Fully automated, pilotless drones are already taking over Australia’s mining sites, but the “holy grail” is their use in smart cities.
The global drone market is expected to increase by 34 per cent to $US11.2 billion by 2020, according to Goldman Sachs, and the Australian mining industry is providing fertile ground for global start-ups to prove their worth.
“Our drones are being used for security, mapping, surveying, measurements and inspections, but all of that is in the industrial space,” says Efrat Fenigson, the head of marketing at Israeli automated drone start-up Airobotics. “If you want to talk outside the industrial space, which is our vision, our vision is to fly in cities.
“To get there, mostly because of the regulation, you have to prove you are safe enough,” says Fenigson, who was in Australia recently for the International Mining and Resources Conference (IMARC). “Drones are so well suited to mining because of the wide open spaces and well-defined perimeters.
“Obviously you can talk about delivering a pizza or a package but if you compare that to saving lives, that is the holy grail. Think about a fire happening – you could send a drone there in a couple of minutes before the fire truck gets there to give a live feed of video from the area to help the firefighters know what to do when they arrive. Same thing with blood samples or a police chase providing live surveillance.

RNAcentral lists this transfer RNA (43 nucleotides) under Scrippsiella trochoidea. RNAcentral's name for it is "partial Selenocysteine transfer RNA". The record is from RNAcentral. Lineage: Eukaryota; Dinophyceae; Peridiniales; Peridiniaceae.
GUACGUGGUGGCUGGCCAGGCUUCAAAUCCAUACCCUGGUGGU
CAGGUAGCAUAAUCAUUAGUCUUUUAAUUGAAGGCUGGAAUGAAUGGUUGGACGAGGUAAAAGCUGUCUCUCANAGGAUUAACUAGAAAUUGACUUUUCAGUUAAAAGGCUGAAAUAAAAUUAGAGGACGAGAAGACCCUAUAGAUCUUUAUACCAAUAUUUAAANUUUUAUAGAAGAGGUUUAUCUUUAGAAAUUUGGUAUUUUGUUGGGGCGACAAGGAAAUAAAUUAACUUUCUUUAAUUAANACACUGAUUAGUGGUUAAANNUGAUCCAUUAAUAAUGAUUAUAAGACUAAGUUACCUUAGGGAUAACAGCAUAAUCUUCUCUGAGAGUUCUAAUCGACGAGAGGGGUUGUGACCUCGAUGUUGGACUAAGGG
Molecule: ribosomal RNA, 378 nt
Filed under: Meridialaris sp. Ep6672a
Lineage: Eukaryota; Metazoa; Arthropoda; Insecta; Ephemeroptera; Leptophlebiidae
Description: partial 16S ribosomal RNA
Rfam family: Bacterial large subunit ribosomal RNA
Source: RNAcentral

“There are a lot of applications in smart cities, even helping congested cities deal with parking areas, traffic jams or inspection of infrastructure. For Australia another great use is beach patrols, shark alerts and bush fires.”
When asked by AFR BOSS magazine about potential security applications, Fenigson says: “They could also be key for border security and homeland defence.”
Venture capitalists, including Microsoft Ventures, China’s BlueRun Ventures and Singapore’s Pavilion Capital, seem to believe the hype. Airobotics, founded in 2014 by young Israeli entrepreneurs Ran Krauss and Meir Kliner, is already providing automated drones to South32 and BHP, and recently raised $30 million to take its total capital raised to more than $100 million to further scale up in the United States and Australia.
Fenigson says most mining companies are still buying toy drones off the shelf, but are realising these are not reliable or accurate enough.
“Our customers used to rely on once-a-month fly-overs in a helicopter or a plane to do a LIDAR scan, which would cost them anywhere from $20,000 to $30,000 for one flight,” she says. “Now we give them LIDAR on a drone for around the same cost and fly it three or four times a day and also have thermal, video and mapping.”